As before, we stopped in Guayaquil for a half hour as a crack team of vacuum cleaner people swept through. Then it was up and over the Andes and down a little into Quito, the second-highest national capitol in the world. The French couple from the Golondrina were still with us in the Quito airport, so we decided to share a cab to our destination, Old Town (at the southern end of the city). After a little negotiation, Gretchen managed to get the price of the cab fare for our four person contingent down from $8 to $6. It was a surprisingly long drive and there were plenty of second-hand diesel fumes to be inhaled along the way.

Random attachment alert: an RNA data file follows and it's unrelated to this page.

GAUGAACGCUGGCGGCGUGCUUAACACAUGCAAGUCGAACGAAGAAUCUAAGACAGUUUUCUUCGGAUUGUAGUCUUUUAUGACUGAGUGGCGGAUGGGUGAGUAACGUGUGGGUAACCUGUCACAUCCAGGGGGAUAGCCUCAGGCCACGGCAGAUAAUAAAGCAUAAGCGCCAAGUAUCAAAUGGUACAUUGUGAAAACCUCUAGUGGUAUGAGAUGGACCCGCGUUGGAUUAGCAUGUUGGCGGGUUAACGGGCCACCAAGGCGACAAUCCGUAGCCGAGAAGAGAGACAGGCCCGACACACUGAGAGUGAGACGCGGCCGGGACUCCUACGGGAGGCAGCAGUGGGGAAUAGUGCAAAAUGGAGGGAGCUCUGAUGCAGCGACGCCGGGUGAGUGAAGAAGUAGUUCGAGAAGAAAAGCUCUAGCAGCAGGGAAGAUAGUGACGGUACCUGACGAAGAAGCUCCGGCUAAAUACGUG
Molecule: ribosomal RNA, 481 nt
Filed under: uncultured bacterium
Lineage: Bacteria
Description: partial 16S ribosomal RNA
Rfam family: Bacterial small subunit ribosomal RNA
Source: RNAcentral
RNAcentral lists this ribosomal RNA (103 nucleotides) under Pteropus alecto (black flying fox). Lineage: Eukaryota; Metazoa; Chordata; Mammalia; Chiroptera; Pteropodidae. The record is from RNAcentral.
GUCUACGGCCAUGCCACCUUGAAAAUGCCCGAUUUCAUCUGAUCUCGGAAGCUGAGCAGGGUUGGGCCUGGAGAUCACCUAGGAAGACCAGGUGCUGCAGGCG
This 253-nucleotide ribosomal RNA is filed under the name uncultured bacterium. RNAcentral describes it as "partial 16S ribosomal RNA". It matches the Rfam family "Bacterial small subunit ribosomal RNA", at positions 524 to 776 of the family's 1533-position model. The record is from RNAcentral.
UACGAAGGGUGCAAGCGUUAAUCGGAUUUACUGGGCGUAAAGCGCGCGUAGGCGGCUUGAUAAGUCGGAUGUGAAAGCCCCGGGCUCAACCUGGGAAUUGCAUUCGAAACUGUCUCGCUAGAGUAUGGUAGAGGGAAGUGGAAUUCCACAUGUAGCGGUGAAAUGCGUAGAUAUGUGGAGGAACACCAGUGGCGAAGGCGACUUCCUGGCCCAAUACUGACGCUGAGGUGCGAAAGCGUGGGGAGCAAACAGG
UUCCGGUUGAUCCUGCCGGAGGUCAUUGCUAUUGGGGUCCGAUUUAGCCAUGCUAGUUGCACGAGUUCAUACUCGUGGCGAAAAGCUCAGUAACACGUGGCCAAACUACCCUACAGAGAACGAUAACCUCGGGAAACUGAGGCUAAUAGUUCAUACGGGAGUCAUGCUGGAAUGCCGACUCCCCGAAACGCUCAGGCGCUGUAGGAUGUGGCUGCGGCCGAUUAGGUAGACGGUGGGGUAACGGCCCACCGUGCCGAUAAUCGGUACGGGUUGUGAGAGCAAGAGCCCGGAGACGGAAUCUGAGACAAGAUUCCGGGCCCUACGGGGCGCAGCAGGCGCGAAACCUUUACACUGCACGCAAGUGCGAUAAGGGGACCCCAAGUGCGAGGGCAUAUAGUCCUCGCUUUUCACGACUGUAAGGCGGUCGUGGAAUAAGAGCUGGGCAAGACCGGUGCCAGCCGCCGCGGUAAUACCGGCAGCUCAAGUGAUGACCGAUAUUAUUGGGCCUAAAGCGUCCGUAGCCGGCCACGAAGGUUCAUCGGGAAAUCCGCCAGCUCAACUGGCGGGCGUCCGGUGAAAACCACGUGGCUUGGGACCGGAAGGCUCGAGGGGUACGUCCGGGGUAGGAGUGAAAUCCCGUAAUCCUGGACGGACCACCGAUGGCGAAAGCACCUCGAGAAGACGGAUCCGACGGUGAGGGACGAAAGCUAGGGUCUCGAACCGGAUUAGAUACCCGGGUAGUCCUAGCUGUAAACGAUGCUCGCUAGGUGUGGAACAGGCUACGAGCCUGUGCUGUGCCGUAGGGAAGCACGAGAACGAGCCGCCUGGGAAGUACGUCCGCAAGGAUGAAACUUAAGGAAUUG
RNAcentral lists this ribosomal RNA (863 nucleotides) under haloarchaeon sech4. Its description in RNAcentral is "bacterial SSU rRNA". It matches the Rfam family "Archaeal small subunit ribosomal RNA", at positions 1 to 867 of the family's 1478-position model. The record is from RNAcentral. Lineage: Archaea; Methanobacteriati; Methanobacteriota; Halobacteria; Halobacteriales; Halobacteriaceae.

At some point the French guy asked Gretchen what she thought about the political situation in the United States and we explained everything from the stolen election(s) to the incredible power of our unique medieval irrationalist demographic. From his vantage point in France, the French guy was a little confused about the political strength of the various special interests in the United States. He knew about the Christian fundamentalists, but he was also under the impression that somehow the gays had a lot of power too. Gretchen quickly disabused him of this idea.